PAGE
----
Last Updated on May 6, 2015, by eNotes Editorial. Word Count: 500
The veteran gadfly journalist I. F. Stone has been characterized by Henry Steele Commager in The New York Review of Books as “a modern Tom Paine, celebrating Common Sense and the Rights of Man, hammering away at tyranny, injustice, exploitation, deception, and chicanery.” A journalist since his teens, Stone published for nineteen years his independent newsletter, I. F. Stone’s Weekly (later the Bi-Weekly), in which he spoke his mind on virtually any subject. Although Stone aimed his barbs primarily at the establishment, he managed, as Henry Allen put it in 1971, “to annoy some of the people all of the time, and all of the people at one time or another.”
Stone had some 5,300 paid subscribers when he launched his four- page journal of fact and opinion, I. F. Stone’s Weekly, in January, 1953. Among its early subscribers were Albert Einstein, Bertrand Russell, and Eleanor Roosevelt. Aided only by his wife, who handled the business end of the publication, Stone published the Weekly from a modest two-story house on the outskirts of Washington, D.C. Doing his own research, reporting, writing, editing, and proofreading, Stone achieved a high-quality publication. Accurate, well-written, and interesting, it was graced by Stone’s idiosyncratic wit and humor.
Despite some initial difficulties, the Weekly soon began to prosper; by 1963 its circulation had nearly quadrupled. Stone curtailed operations somewhat in 1969, when the Weekly became I. F. Stone’s Bi-Weekly. Although the number of its subscribers had grown to more than seventy thousand by the end of 1971, Stone ended publication of his newsletter on January 1, 1972. Afterward he became a contributing editor of The New York Review of Books.
An indefatigable researcher, Stone occasionally dredged up some significant revelations. In 1958, for example, he forced the Atomic Energy Commission to admit that its first underground nuclear test had been detected twenty-six hundred miles away, despite official claims that it could not be detected beyond a two-hundred mile radius. One of his favorite targets was the U.S. military establishment; he persistently dissected Pentagon budgets that had been inflated by spurious Defense Department claims of Soviet weapons superiority.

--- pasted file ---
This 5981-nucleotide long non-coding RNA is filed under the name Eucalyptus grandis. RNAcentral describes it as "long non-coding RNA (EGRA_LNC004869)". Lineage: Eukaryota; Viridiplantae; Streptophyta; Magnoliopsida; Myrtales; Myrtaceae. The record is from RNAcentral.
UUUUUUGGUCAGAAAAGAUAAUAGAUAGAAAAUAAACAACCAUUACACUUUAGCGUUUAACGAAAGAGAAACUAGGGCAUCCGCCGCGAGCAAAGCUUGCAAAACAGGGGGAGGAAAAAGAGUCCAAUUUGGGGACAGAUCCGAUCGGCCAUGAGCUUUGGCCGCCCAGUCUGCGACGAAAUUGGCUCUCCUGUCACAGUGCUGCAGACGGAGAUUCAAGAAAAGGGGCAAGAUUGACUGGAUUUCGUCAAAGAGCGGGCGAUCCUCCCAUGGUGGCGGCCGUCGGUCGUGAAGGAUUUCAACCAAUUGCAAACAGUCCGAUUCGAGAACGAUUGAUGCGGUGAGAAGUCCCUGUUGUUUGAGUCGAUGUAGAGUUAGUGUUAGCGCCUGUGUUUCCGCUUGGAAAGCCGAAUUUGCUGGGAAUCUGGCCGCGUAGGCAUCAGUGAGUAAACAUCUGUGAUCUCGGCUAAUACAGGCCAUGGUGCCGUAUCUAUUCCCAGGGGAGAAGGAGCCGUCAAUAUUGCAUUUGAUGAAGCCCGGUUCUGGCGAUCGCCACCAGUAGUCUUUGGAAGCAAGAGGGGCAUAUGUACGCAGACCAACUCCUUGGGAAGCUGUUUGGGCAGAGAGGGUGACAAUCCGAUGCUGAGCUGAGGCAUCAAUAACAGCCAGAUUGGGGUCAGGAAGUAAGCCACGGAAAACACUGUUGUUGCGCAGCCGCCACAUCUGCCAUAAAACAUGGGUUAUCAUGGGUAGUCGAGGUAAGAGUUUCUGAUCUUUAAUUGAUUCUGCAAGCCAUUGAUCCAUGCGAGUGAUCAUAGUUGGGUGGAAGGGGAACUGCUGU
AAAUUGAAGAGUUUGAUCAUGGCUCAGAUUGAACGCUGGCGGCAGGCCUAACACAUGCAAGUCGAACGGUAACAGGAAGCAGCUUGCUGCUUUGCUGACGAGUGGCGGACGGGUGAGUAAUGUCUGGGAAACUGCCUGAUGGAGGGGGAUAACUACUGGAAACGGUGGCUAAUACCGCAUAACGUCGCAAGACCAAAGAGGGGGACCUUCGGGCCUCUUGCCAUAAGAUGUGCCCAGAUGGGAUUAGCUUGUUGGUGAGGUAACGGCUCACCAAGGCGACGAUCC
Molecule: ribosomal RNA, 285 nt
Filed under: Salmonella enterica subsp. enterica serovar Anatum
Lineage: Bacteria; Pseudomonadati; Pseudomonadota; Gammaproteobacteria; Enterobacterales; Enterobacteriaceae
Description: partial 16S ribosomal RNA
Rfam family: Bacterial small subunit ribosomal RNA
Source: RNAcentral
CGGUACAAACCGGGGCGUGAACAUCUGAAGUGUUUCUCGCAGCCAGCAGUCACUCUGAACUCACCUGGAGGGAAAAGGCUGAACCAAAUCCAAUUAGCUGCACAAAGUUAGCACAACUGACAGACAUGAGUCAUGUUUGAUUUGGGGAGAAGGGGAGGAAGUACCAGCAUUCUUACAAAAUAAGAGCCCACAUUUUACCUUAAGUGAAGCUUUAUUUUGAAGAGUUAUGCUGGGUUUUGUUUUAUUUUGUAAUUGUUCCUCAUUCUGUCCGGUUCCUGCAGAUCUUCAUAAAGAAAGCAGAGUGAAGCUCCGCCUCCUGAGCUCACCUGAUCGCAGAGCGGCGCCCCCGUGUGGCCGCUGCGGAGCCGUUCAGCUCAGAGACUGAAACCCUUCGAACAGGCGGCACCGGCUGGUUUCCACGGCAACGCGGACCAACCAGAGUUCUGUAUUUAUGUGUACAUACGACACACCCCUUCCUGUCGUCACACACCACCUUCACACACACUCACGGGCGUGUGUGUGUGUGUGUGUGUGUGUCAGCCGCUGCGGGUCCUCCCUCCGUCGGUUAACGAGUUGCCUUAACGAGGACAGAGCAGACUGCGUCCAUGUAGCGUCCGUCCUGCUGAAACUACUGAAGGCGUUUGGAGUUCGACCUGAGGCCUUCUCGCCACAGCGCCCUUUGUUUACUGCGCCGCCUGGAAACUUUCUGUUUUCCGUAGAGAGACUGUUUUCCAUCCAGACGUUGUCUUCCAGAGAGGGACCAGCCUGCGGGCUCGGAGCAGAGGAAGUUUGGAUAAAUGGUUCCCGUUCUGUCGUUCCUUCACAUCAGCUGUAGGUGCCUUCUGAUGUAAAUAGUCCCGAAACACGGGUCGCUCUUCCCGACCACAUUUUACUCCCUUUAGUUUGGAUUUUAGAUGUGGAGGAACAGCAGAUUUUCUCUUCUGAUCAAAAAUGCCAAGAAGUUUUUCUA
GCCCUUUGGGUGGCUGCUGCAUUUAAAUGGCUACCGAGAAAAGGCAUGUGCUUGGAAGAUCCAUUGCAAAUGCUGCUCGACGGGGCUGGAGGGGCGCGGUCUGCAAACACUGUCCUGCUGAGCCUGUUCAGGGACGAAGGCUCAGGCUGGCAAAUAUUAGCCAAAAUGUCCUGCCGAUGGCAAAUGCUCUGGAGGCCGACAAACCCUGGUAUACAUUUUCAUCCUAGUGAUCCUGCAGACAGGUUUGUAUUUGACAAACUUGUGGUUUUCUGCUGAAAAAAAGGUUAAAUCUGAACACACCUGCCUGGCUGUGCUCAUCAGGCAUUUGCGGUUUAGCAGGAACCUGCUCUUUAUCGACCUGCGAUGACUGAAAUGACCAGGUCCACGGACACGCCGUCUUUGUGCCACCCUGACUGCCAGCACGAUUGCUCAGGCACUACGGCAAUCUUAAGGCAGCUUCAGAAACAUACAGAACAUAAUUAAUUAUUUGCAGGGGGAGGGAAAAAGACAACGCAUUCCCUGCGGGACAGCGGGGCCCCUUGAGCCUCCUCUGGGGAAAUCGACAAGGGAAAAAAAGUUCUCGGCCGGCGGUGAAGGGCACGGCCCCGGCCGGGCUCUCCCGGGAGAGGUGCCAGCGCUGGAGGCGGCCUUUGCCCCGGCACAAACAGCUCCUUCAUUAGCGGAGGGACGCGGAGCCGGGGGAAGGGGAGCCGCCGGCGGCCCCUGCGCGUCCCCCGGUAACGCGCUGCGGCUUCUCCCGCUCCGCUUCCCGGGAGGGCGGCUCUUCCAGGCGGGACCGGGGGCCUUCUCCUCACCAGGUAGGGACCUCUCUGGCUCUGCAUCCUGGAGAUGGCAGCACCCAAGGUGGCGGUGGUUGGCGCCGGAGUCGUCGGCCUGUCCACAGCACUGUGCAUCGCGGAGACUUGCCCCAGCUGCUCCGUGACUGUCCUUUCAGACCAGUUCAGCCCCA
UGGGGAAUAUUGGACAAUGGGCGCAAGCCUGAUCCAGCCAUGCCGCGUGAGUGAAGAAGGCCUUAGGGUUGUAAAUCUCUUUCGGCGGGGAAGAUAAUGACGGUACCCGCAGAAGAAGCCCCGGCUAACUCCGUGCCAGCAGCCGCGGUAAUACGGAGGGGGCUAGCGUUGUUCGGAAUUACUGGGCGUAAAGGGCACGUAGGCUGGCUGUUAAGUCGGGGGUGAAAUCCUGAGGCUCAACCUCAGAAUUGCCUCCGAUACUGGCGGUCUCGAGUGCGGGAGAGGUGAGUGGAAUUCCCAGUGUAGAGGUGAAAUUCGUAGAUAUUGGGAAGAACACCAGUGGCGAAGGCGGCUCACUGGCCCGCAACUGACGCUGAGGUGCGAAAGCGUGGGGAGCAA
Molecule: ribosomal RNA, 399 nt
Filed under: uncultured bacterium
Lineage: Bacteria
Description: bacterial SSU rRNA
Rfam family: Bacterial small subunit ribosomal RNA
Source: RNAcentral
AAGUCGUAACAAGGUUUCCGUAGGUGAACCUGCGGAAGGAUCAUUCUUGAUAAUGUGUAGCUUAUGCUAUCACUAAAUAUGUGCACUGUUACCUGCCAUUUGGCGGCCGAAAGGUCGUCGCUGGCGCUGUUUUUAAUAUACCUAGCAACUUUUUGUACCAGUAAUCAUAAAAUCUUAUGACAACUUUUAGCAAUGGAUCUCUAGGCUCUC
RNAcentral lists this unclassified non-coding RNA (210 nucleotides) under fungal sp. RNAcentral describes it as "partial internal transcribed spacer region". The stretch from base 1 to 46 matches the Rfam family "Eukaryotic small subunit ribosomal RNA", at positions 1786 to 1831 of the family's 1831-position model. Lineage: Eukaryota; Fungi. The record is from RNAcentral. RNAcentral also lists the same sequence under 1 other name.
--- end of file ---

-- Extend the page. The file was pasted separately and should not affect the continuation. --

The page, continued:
Despite having some leftist sympathies, Stone minced no words in pointing out the shortcomings he saw in the communist world. His unfavorable report on the Soviet Union following a visit in 1956 cost him four hundred subscribers. Perhaps his most controversial position was his criticism of Israel after its victory in the six- day Israeli-Arab war of 1967. Although Stone had supported the Jewish state since its creation in 1948, he rejected militant Zionism and believed that the Palestinian Arabs had valid claims against the state of Israel. As a solution to the Israeli-Arab conflict, he proposed that Israel take the initiative in compensating the Palestinian refugees and resettling them in a state of their own that would be linked with Israel in some form of federation. Stone’s views were attacked in several leading American Jewish magazines, and he was accused of feeling self- hatred as a Jew, a charge that he emphatically denied.